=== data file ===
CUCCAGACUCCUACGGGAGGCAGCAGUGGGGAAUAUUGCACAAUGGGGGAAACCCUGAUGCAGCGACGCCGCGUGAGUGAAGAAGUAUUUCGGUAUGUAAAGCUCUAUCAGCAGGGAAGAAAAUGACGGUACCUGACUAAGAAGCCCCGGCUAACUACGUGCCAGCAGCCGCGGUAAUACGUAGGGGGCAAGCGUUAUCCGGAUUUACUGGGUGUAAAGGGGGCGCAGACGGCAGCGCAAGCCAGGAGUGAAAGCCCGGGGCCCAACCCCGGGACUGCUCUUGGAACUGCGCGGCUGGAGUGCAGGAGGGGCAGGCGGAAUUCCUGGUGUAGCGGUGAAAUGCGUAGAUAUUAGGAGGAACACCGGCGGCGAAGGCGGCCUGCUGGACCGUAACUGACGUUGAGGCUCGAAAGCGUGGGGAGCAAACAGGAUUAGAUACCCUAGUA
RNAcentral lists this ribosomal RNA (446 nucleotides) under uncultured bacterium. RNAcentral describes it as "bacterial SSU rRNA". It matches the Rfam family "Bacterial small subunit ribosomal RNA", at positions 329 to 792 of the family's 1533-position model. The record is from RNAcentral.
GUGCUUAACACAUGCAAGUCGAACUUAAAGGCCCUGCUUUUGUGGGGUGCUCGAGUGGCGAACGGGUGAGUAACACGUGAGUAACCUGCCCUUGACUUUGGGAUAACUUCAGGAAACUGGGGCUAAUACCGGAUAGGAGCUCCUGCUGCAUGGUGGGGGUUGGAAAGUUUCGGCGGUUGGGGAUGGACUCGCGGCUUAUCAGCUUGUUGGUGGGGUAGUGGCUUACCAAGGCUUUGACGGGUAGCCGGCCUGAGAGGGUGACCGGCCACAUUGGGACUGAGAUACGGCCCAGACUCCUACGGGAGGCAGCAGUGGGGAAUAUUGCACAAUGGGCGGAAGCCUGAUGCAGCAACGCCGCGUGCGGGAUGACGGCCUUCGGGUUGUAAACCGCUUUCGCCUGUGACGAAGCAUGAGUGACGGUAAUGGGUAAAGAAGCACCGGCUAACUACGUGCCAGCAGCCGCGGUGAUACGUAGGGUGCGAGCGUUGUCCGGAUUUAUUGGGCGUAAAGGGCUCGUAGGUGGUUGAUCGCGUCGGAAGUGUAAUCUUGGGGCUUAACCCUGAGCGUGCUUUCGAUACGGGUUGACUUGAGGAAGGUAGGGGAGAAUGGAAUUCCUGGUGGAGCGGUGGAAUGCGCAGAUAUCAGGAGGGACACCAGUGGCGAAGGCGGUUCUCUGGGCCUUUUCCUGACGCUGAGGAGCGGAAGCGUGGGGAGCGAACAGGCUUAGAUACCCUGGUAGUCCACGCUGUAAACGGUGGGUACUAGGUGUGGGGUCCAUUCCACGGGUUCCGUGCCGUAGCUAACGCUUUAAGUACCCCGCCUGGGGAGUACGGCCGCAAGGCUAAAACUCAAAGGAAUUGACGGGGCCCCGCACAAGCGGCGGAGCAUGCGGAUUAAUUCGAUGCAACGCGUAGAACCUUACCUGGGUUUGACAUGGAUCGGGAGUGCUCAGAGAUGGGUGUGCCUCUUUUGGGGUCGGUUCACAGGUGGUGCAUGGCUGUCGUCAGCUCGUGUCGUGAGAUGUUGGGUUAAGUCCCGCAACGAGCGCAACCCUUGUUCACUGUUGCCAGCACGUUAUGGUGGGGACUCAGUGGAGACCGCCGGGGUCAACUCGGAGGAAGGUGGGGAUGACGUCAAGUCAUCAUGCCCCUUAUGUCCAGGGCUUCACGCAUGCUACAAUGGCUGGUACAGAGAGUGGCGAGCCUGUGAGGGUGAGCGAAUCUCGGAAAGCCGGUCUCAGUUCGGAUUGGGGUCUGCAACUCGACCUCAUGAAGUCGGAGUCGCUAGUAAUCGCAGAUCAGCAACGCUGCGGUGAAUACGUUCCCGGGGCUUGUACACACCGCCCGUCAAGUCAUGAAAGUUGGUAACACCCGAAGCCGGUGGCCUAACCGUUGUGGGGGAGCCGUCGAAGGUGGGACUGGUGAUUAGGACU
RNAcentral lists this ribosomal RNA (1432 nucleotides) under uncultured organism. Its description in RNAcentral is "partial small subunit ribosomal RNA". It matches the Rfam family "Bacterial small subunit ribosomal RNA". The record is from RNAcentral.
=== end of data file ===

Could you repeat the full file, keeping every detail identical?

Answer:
CUCCAGACUCCUACGGGAGGCAGCAGUGGGGAAUAUUGCACAAUGGGGGAAACCCUGAUGCAGCGACGCCGCGUGAGUGAAGAAGUAUUUCGGUAUGUAAAGCUCUAUCAGCAGGGAAGAAAAUGACGGUACCUGACUAAGAAGCCCCGGCUAACUACGUGCCAGCAGCCGCGGUAAUACGUAGGGGGCAAGCGUUAUCCGGAUUUACUGGGUGUAAAGGGGGCGCAGACGGCAGCGCAAGCCAGGAGUGAAAGCCCGGGGCCCAACCCCGGGACUGCUCUUGGAACUGCGCGGCUGGAGUGCAGGAGGGGCAGGCGGAAUUCCUGGUGUAGCGGUGAAAUGCGUAGAUAUUAGGAGGAACACCGGCGGCGAAGGCGGCCUGCUGGACCGUAACUGACGUUGAGGCUCGAAAGCGUGGGGAGCAAACAGGAUUAGAUACCCUAGUA
RNAcentral lists this ribosomal RNA (446 nucleotides) under uncultured bacterium. RNAcentral describes it as "bacterial SSU rRNA". It matches the Rfam family "Bacterial small subunit ribosomal RNA", at positions 329 to 792 of the family's 1533-position model. The record is from RNAcentral.
GUGCUUAACACAUGCAAGUCGAACUUAAAGGCCCUGCUUUUGUGGGGUGCUCGAGUGGCGAACGGGUGAGUAACACGUGAGUAACCUGCCCUUGACUUUGGGAUAACUUCAGGAAACUGGGGCUAAUACCGGAUAGGAGCUCCUGCUGCAUGGUGGGGGUUGGAAAGUUUCGGCGGUUGGGGAUGGACUCGCGGCUUAUCAGCUUGUUGGUGGGGUAGUGGCUUACCAAGGCUUUGACGGGUAGCCGGCCUGAGAGGGUGACCGGCCACAUUGGGACUGAGAUACGGCCCAGACUCCUACGGGAGGCAGCAGUGGGGAAUAUUGCACAAUGGGCGGAAGCCUGAUGCAGCAACGCCGCGUGCGGGAUGACGGCCUUCGGGUUGUAAACCGCUUUCGCCUGUGACGAAGCAUGAGUGACGGUAAUGGGUAAAGAAGCACCGGCUAACUACGUGCCAGCAGCCGCGGUGAUACGUAGGGUGCGAGCGUUGUCCGGAUUUAUUGGGCGUAAAGGGCUCGUAGGUGGUUGAUCGCGUCGGAAGUGUAAUCUUGGGGCUUAACCCUGAGCGUGCUUUCGAUACGGGUUGACUUGAGGAAGGUAGGGGAGAAUGGAAUUCCUGGUGGAGCGGUGGAAUGCGCAGAUAUCAGGAGGGACACCAGUGGCGAAGGCGGUUCUCUGGGCCUUUUCCUGACGCUGAGGAGCGGAAGCGUGGGGAGCGAACAGGCUUAGAUACCCUGGUAGUCCACGCUGUAAACGGUGGGUACUAGGUGUGGGGUCCAUUCCACGGGUUCCGUGCCGUAGCUAACGCUUUAAGUACCCCGCCUGGGGAGUACGGCCGCAAGGCUAAAACUCAAAGGAAUUGACGGGGCCCCGCACAAGCGGCGGAGCAUGCGGAUUAAUUCGAUGCAACGCGUAGAACCUUACCUGGGUUUGACAUGGAUCGGGAGUGCUCAGAGAUGGGUGUGCCUCUUUUGGGGUCGGUUCACAGGUGGUGCAUGGCUGUCGUCAGCUCGUGUCGUGAGAUGUUGGGUUAAGUCCCGCAACGAGCGCAACCCUUGUUCACUGUUGCCAGCACGUUAUGGUGGGGACUCAGUGGAGACCGCCGGGGUCAACUCGGAGGAAGGUGGGGAUGACGUCAAGUCAUCAUGCCCCUUAUGUCCAGGGCUUCACGCAUGCUACAAUGGCUGGUACAGAGAGUGGCGAGCCUGUGAGGGUGAGCGAAUCUCGGAAAGCCGGUCUCAGUUCGGAUUGGGGUCUGCAACUCGACCUCAUGAAGUCGGAGUCGCUAGUAAUCGCAGAUCAGCAACGCUGCGGUGAAUACGUUCCCGGGGCUUGUACACACCGCCCGUCAAGUCAUGAAAGUUGGUAACACCCGAAGCCGGUGGCCUAACCGUUGUGGGGGAGCCGUCGAAGGUGGGACUGGUGAUUAGGACU
RNAcentral lists this ribosomal RNA (1432 nucleotides) under uncultured organism. Its description in RNAcentral is "partial small subunit ribosomal RNA". It matches the Rfam family "Bacterial small subunit ribosomal RNA". The record is from RNAcentral.